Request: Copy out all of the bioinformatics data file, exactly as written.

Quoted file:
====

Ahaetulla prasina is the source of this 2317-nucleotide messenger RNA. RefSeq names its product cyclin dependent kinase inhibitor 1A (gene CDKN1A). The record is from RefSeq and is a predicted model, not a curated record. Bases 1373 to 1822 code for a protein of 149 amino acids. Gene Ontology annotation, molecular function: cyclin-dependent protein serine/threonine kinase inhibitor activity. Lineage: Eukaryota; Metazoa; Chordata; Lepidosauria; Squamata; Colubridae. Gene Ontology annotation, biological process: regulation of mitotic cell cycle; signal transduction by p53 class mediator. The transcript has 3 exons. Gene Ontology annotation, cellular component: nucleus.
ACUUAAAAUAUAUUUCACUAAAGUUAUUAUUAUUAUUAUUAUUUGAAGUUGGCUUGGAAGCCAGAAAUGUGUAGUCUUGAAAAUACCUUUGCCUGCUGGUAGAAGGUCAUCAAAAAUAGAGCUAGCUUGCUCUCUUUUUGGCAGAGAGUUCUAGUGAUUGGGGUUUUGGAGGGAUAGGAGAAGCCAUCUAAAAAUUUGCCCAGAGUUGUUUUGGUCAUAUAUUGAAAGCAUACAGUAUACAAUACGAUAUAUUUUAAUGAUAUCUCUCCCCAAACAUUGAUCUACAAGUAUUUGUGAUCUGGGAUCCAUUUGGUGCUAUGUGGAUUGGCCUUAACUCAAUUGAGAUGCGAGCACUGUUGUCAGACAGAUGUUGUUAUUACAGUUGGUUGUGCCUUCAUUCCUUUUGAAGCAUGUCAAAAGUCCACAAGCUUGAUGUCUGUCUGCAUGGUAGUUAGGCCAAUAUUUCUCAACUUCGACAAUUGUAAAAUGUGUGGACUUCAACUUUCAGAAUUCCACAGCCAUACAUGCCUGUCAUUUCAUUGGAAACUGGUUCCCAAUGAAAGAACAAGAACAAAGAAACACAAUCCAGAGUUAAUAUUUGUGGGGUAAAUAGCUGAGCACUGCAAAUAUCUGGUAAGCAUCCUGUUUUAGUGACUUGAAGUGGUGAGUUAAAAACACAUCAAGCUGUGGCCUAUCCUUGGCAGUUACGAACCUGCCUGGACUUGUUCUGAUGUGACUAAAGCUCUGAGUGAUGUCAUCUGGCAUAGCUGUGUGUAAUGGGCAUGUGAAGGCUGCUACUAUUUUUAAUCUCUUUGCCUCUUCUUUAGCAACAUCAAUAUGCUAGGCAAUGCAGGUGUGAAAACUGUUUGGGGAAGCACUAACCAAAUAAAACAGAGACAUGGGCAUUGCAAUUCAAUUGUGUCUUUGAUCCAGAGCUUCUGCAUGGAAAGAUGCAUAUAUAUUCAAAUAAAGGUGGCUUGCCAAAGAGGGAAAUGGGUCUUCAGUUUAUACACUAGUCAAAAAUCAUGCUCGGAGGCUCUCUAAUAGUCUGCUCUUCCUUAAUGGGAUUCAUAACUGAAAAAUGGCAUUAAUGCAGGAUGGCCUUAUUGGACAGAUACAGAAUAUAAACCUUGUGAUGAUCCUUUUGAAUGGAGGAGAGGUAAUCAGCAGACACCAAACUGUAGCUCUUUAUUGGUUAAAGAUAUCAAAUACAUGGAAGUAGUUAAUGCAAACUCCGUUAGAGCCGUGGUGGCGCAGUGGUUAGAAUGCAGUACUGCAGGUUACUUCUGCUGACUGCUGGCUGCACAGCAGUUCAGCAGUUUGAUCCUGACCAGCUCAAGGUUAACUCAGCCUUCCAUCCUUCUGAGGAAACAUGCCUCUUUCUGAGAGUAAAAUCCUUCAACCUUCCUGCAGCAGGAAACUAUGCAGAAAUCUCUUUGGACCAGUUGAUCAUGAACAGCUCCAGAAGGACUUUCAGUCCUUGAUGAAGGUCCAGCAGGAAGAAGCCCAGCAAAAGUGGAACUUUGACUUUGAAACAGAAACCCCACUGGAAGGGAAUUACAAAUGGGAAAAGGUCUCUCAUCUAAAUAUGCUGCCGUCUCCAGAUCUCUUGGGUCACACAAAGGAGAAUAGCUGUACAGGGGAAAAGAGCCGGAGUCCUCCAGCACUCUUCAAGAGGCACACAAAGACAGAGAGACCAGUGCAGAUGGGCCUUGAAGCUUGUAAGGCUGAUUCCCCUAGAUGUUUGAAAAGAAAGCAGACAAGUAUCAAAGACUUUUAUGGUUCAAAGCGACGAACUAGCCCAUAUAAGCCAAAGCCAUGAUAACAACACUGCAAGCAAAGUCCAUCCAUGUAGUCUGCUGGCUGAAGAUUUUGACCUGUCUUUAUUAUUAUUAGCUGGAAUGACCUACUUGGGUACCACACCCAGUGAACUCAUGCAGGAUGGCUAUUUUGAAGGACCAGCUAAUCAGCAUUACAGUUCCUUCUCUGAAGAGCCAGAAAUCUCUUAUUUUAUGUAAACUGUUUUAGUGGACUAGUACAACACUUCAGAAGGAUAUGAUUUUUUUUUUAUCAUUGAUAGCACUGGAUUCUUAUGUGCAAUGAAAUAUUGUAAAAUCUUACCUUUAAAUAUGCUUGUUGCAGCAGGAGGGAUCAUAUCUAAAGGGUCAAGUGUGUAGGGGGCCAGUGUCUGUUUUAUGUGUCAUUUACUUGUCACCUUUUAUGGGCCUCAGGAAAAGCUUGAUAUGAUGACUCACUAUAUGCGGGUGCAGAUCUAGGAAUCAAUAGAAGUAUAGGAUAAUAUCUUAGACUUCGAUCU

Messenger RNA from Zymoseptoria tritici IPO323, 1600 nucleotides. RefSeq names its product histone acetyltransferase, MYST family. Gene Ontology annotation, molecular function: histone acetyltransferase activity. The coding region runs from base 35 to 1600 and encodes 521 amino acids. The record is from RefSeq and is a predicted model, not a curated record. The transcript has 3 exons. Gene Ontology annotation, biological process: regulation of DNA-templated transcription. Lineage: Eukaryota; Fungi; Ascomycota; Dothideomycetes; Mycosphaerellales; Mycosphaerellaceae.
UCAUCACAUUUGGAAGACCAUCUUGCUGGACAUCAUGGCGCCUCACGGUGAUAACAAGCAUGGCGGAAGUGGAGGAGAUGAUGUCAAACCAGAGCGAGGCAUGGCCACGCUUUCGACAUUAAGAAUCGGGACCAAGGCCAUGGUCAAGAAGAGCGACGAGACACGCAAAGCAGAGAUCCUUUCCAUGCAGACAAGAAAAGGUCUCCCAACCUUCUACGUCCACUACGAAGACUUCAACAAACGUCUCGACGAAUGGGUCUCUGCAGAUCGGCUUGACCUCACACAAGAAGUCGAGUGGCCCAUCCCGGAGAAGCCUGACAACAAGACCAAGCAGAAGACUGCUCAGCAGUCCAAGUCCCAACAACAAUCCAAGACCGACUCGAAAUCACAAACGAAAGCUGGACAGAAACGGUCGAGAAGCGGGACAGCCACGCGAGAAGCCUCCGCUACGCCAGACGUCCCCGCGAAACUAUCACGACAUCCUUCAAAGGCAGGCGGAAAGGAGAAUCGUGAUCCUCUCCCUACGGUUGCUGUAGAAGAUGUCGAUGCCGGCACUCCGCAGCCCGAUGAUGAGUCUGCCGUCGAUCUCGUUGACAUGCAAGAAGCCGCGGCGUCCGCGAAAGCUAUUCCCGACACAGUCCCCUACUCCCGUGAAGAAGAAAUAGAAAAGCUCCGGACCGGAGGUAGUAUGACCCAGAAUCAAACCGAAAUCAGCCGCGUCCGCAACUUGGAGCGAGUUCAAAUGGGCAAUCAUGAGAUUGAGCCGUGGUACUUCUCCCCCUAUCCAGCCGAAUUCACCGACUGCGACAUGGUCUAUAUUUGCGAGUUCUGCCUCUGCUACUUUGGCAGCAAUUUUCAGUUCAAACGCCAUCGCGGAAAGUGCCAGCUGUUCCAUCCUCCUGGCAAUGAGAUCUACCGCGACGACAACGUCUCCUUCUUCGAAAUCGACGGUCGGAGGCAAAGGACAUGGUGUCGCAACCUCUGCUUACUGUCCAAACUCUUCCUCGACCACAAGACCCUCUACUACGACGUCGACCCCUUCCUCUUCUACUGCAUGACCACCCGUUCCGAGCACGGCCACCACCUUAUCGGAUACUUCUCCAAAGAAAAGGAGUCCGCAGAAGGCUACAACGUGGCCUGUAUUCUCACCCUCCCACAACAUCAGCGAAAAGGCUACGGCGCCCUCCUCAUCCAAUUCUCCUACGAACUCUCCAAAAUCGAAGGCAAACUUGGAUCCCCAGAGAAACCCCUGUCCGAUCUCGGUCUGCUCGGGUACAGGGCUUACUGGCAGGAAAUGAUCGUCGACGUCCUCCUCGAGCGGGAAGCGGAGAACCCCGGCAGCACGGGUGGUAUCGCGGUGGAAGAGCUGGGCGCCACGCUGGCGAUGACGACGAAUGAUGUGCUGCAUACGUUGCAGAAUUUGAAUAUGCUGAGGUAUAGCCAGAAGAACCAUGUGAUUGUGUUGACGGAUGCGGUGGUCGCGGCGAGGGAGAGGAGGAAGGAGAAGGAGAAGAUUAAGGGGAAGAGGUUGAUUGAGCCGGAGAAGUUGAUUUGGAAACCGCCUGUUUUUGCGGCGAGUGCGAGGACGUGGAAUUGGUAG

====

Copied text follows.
Ahaetulla prasina is the source of this 2317-nucleotide messenger RNA. RefSeq names its product cyclin dependent kinase inhibitor 1A (gene CDKN1A). The record is from RefSeq and is a predicted model, not a curated record. Bases 1373 to 1822 code for a protein of 149 amino acids. Gene Ontology annotation, molecular function: cyclin-dependent protein serine/threonine kinase inhibitor activity. Lineage: Eukaryota; Metazoa; Chordata; Lepidosauria; Squamata; Colubridae. Gene Ontology annotation, biological process: regulation of mitotic cell cycle; signal transduction by p53 class mediator. The transcript has 3 exons. Gene Ontology annotation, cellular component: nucleus.
ACUUAAAAUAUAUUUCACUAAAGUUAUUAUUAUUAUUAUUAUUUGAAGUUGGCUUGGAAGCCAGAAAUGUGUAGUCUUGAAAAUACCUUUGCCUGCUGGUAGAAGGUCAUCAAAAAUAGAGCUAGCUUGCUCUCUUUUUGGCAGAGAGUUCUAGUGAUUGGGGUUUUGGAGGGAUAGGAGAAGCCAUCUAAAAAUUUGCCCAGAGUUGUUUUGGUCAUAUAUUGAAAGCAUACAGUAUACAAUACGAUAUAUUUUAAUGAUAUCUCUCCCCAAACAUUGAUCUACAAGUAUUUGUGAUCUGGGAUCCAUUUGGUGCUAUGUGGAUUGGCCUUAACUCAAUUGAGAUGCGAGCACUGUUGUCAGACAGAUGUUGUUAUUACAGUUGGUUGUGCCUUCAUUCCUUUUGAAGCAUGUCAAAAGUCCACAAGCUUGAUGUCUGUCUGCAUGGUAGUUAGGCCAAUAUUUCUCAACUUCGACAAUUGUAAAAUGUGUGGACUUCAACUUUCAGAAUUCCACAGCCAUACAUGCCUGUCAUUUCAUUGGAAACUGGUUCCCAAUGAAAGAACAAGAACAAAGAAACACAAUCCAGAGUUAAUAUUUGUGGGGUAAAUAGCUGAGCACUGCAAAUAUCUGGUAAGCAUCCUGUUUUAGUGACUUGAAGUGGUGAGUUAAAAACACAUCAAGCUGUGGCCUAUCCUUGGCAGUUACGAACCUGCCUGGACUUGUUCUGAUGUGACUAAAGCUCUGAGUGAUGUCAUCUGGCAUAGCUGUGUGUAAUGGGCAUGUGAAGGCUGCUACUAUUUUUAAUCUCUUUGCCUCUUCUUUAGCAACAUCAAUAUGCUAGGCAAUGCAGGUGUGAAAACUGUUUGGGGAAGCACUAACCAAAUAAAACAGAGACAUGGGCAUUGCAAUUCAAUUGUGUCUUUGAUCCAGAGCUUCUGCAUGGAAAGAUGCAUAUAUAUUCAAAUAAAGGUGGCUUGCCAAAGAGGGAAAUGGGUCUUCAGUUUAUACACUAGUCAAAAAUCAUGCUCGGAGGCUCUCUAAUAGUCUGCUCUUCCUUAAUGGGAUUCAUAACUGAAAAAUGGCAUUAAUGCAGGAUGGCCUUAUUGGACAGAUACAGAAUAUAAACCUUGUGAUGAUCCUUUUGAAUGGAGGAGAGGUAAUCAGCAGACACCAAACUGUAGCUCUUUAUUGGUUAAAGAUAUCAAAUACAUGGAAGUAGUUAAUGCAAACUCCGUUAGAGCCGUGGUGGCGCAGUGGUUAGAAUGCAGUACUGCAGGUUACUUCUGCUGACUGCUGGCUGCACAGCAGUUCAGCAGUUUGAUCCUGACCAGCUCAAGGUUAACUCAGCCUUCCAUCCUUCUGAGGAAACAUGCCUCUUUCUGAGAGUAAAAUCCUUCAACCUUCCUGCAGCAGGAAACUAUGCAGAAAUCUCUUUGGACCAGUUGAUCAUGAACAGCUCCAGAAGGACUUUCAGUCCUUGAUGAAGGUCCAGCAGGAAGAAGCCCAGCAAAAGUGGAACUUUGACUUUGAAACAGAAACCCCACUGGAAGGGAAUUACAAAUGGGAAAAGGUCUCUCAUCUAAAUAUGCUGCCGUCUCCAGAUCUCUUGGGUCACACAAAGGAGAAUAGCUGUACAGGGGAAAAGAGCCGGAGUCCUCCAGCACUCUUCAAGAGGCACACAAAGACAGAGAGACCAGUGCAGAUGGGCCUUGAAGCUUGUAAGGCUGAUUCCCCUAGAUGUUUGAAAAGAAAGCAGACAAGUAUCAAAGACUUUUAUGGUUCAAAGCGACGAACUAGCCCAUAUAAGCCAAAGCCAUGAUAACAACACUGCAAGCAAAGUCCAUCCAUGUAGUCUGCUGGCUGAAGAUUUUGACCUGUCUUUAUUAUUAUUAGCUGGAAUGACCUACUUGGGUACCACACCCAGUGAACUCAUGCAGGAUGGCUAUUUUGAAGGACCAGCUAAUCAGCAUUACAGUUCCUUCUCUGAAGAGCCAGAAAUCUCUUAUUUUAUGUAAACUGUUUUAGUGGACUAGUACAACACUUCAGAAGGAUAUGAUUUUUUUUUUAUCAUUGAUAGCACUGGAUUCUUAUGUGCAAUGAAAUAUUGUAAAAUCUUACCUUUAAAUAUGCUUGUUGCAGCAGGAGGGAUCAUAUCUAAAGGGUCAAGUGUGUAGGGGGCCAGUGUCUGUUUUAUGUGUCAUUUACUUGUCACCUUUUAUGGGCCUCAGGAAAAGCUUGAUAUGAUGACUCACUAUAUGCGGGUGCAGAUCUAGGAAUCAAUAGAAGUAUAGGAUAAUAUCUUAGACUUCGAUCU

Messenger RNA from Zymoseptoria tritici IPO323, 1600 nucleotides. RefSeq names its product histone acetyltransferase, MYST family. Gene Ontology annotation, molecular function: histone acetyltransferase activity. The coding region runs from base 35 to 1600 and encodes 521 amino acids. The record is from RefSeq and is a predicted model, not a curated record. The transcript has 3 exons. Gene Ontology annotation, biological process: regulation of DNA-templated transcription. Lineage: Eukaryota; Fungi; Ascomycota; Dothideomycetes; Mycosphaerellales; Mycosphaerellaceae.
UCAUCACAUUUGGAAGACCAUCUUGCUGGACAUCAUGGCGCCUCACGGUGAUAACAAGCAUGGCGGAAGUGGAGGAGAUGAUGUCAAACCAGAGCGAGGCAUGGCCACGCUUUCGACAUUAAGAAUCGGGACCAAGGCCAUGGUCAAGAAGAGCGACGAGACACGCAAAGCAGAGAUCCUUUCCAUGCAGACAAGAAAAGGUCUCCCAACCUUCUACGUCCACUACGAAGACUUCAACAAACGUCUCGACGAAUGGGUCUCUGCAGAUCGGCUUGACCUCACACAAGAAGUCGAGUGGCCCAUCCCGGAGAAGCCUGACAACAAGACCAAGCAGAAGACUGCUCAGCAGUCCAAGUCCCAACAACAAUCCAAGACCGACUCGAAAUCACAAACGAAAGCUGGACAGAAACGGUCGAGAAGCGGGACAGCCACGCGAGAAGCCUCCGCUACGCCAGACGUCCCCGCGAAACUAUCACGACAUCCUUCAAAGGCAGGCGGAAAGGAGAAUCGUGAUCCUCUCCCUACGGUUGCUGUAGAAGAUGUCGAUGCCGGCACUCCGCAGCCCGAUGAUGAGUCUGCCGUCGAUCUCGUUGACAUGCAAGAAGCCGCGGCGUCCGCGAAAGCUAUUCCCGACACAGUCCCCUACUCCCGUGAAGAAGAAAUAGAAAAGCUCCGGACCGGAGGUAGUAUGACCCAGAAUCAAACCGAAAUCAGCCGCGUCCGCAACUUGGAGCGAGUUCAAAUGGGCAAUCAUGAGAUUGAGCCGUGGUACUUCUCCCCCUAUCCAGCCGAAUUCACCGACUGCGACAUGGUCUAUAUUUGCGAGUUCUGCCUCUGCUACUUUGGCAGCAAUUUUCAGUUCAAACGCCAUCGCGGAAAGUGCCAGCUGUUCCAUCCUCCUGGCAAUGAGAUCUACCGCGACGACAACGUCUCCUUCUUCGAAAUCGACGGUCGGAGGCAAAGGACAUGGUGUCGCAACCUCUGCUUACUGUCCAAACUCUUCCUCGACCACAAGACCCUCUACUACGACGUCGACCCCUUCCUCUUCUACUGCAUGACCACCCGUUCCGAGCACGGCCACCACCUUAUCGGAUACUUCUCCAAAGAAAAGGAGUCCGCAGAAGGCUACAACGUGGCCUGUAUUCUCACCCUCCCACAACAUCAGCGAAAAGGCUACGGCGCCCUCCUCAUCCAAUUCUCCUACGAACUCUCCAAAAUCGAAGGCAAACUUGGAUCCCCAGAGAAACCCCUGUCCGAUCUCGGUCUGCUCGGGUACAGGGCUUACUGGCAGGAAAUGAUCGUCGACGUCCUCCUCGAGCGGGAAGCGGAGAACCCCGGCAGCACGGGUGGUAUCGCGGUGGAAGAGCUGGGCGCCACGCUGGCGAUGACGACGAAUGAUGUGCUGCAUACGUUGCAGAAUUUGAAUAUGCUGAGGUAUAGCCAGAAGAACCAUGUGAUUGUGUUGACGGAUGCGGUGGUCGCGGCGAGGGAGAGGAGGAAGGAGAAGGAGAAGAUUAAGGGGAAGAGGUUGAUUGAGCCGGAGAAGUUGAUUUGGAAACCGCCUGUUUUUGCGGCGAGUGCGAGGACGUGGAAUUGGUAG